DescriptionThe beginning of animal husbandry is a pivotal development in human history. The pace and nature of this development in the Dutch
wetlands is debated, with two competing models for the emergence of farming: (1) a slow integration model starting around 4700
cal BC, and (2) a rather abrupt introduction around 4000 cal BC. In both models, the appearance of small-sized cattle (Bos sp.) and
pig (Sus sp.) bones and teeth in the archaeological record is traditionally considered to mark the beginning of animal husbandry. This
univariate approach, coupled with the lack of direct dates on probable domestic specimens has hampered the investigation of the
variety of ways in which humans and animals interacted during this transitional period.
Our project ‘The Emergence of Domesticated Animals in the Netherlands’ investigates this issue with a holistic approach. We analyze cattle and pig remains in their archaeological and palaeoenvironmental context using a combination of biomolecular and biochemical analyses.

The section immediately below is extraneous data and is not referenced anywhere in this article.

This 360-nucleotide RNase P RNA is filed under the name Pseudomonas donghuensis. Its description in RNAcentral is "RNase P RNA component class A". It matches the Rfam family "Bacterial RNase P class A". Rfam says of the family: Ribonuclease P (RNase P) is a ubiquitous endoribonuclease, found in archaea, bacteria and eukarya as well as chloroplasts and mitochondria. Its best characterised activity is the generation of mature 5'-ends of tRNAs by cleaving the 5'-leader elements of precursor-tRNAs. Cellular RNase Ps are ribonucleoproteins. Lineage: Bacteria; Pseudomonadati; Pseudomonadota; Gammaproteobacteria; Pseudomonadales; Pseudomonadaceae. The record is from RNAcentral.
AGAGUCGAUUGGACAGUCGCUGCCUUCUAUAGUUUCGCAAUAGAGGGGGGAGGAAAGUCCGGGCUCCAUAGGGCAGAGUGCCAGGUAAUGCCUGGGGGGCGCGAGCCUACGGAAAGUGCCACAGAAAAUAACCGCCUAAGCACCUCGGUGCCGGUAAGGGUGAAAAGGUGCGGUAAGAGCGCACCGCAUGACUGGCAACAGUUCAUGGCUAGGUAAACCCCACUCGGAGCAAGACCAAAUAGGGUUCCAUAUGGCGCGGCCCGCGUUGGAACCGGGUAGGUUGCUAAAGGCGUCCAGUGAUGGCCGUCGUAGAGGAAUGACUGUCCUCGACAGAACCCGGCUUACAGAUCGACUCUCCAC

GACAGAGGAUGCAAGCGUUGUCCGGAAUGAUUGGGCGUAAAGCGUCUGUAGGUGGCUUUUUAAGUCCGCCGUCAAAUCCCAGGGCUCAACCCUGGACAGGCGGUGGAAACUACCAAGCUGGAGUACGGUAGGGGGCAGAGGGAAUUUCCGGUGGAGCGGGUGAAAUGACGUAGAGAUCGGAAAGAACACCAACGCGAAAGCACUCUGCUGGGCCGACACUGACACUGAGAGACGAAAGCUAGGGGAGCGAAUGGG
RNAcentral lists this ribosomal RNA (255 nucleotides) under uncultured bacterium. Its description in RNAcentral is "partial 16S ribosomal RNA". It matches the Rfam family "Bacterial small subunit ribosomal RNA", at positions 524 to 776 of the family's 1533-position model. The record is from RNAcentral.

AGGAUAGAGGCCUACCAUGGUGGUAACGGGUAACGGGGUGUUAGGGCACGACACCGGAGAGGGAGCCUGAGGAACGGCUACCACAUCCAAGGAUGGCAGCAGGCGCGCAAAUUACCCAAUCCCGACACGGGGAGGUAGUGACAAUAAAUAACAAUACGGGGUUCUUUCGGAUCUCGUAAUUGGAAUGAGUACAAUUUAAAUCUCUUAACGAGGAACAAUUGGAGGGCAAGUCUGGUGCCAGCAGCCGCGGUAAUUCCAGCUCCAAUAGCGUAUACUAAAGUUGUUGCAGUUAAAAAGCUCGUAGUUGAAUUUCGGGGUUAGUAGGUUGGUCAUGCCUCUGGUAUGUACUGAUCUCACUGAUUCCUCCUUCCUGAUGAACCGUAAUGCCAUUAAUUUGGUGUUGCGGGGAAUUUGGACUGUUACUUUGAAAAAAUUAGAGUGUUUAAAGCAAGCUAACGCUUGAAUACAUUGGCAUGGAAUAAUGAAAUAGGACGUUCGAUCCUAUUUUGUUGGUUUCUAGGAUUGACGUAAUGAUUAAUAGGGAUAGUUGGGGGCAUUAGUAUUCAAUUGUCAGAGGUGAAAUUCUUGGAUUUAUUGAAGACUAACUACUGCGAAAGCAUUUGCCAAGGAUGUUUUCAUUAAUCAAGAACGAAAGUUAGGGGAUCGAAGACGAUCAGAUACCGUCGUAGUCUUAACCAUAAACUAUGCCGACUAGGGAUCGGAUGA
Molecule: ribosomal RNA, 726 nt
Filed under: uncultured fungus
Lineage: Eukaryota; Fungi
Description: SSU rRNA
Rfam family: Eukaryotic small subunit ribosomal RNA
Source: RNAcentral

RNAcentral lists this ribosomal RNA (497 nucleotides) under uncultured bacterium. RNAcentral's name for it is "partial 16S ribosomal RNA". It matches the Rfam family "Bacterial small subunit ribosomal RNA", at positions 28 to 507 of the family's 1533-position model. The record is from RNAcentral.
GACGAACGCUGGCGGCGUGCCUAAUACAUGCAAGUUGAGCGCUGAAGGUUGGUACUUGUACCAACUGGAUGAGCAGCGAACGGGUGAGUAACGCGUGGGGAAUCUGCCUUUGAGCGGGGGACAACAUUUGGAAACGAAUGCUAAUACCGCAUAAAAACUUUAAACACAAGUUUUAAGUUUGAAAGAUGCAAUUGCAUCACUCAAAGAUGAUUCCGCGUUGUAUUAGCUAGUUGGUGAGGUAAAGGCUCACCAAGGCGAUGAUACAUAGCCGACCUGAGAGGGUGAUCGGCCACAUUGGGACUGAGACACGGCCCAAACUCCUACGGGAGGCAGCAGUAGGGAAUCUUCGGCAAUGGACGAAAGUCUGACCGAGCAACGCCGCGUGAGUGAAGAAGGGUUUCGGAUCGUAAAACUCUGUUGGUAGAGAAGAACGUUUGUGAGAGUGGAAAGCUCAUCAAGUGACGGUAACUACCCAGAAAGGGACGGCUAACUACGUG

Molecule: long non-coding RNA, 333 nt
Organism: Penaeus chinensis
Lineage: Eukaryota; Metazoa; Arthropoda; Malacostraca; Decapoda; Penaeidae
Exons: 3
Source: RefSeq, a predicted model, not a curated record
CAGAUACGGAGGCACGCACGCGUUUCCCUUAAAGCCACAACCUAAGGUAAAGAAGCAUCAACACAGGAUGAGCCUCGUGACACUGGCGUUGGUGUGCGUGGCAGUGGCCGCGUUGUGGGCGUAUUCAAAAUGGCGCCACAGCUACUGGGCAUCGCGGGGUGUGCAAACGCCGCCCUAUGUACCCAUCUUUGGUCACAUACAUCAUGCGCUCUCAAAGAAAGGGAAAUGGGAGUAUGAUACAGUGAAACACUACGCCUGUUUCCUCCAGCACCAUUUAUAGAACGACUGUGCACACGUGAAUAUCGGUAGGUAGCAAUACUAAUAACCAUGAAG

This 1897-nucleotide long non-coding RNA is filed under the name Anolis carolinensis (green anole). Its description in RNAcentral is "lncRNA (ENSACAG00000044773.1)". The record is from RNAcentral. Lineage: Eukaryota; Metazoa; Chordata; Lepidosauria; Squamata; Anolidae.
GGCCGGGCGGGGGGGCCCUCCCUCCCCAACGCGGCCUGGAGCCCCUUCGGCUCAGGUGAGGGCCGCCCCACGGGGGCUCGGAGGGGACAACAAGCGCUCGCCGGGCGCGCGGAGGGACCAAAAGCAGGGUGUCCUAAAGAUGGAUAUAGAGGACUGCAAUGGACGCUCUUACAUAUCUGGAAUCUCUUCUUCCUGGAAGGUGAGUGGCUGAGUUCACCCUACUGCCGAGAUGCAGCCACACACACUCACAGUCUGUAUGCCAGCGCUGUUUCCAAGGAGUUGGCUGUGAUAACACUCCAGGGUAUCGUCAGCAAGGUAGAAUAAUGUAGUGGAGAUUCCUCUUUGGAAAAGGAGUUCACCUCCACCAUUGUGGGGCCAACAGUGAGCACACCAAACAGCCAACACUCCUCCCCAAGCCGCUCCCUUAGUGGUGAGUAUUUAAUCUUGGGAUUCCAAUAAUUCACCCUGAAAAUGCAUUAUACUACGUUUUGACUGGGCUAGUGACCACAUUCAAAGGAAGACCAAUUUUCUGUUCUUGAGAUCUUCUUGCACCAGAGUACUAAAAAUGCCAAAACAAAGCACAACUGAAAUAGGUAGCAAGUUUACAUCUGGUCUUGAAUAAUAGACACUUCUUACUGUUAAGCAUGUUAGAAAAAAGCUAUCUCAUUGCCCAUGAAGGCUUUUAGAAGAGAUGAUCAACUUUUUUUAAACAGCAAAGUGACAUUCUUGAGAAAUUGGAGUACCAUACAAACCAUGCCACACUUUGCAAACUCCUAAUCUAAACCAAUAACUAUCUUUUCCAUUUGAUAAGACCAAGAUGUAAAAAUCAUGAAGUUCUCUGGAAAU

In this paper, we present the first results of our study of the Swifterbant culture sites at Hardinxveld-Giessendam in the RhineMeuse delta of the western Netherlands. These sites, which were occupied during the 6th and 5th millennium BC, yielded evidence
for the introduction of pottery production and domesticated animals. They, therefore, represent a unique case study for the investigation of what this evidence means in terms of the possibility, nature, and scale of animal husbandry in this region at this time. We
present new data from a zooarchaeological, aDNA, stable isotopic, and high-resolution Bayesian chronology study of the Hardinxveld
sites and discuss how these techniques can shed light on the biocultural and economic development of early animal husbandry in
|Periode||6-sep.-2021 → 12-sep.-2021|
|Evenementstitel||EAA Kiel 6-11 September 2021|
|Mate van erkenning||International|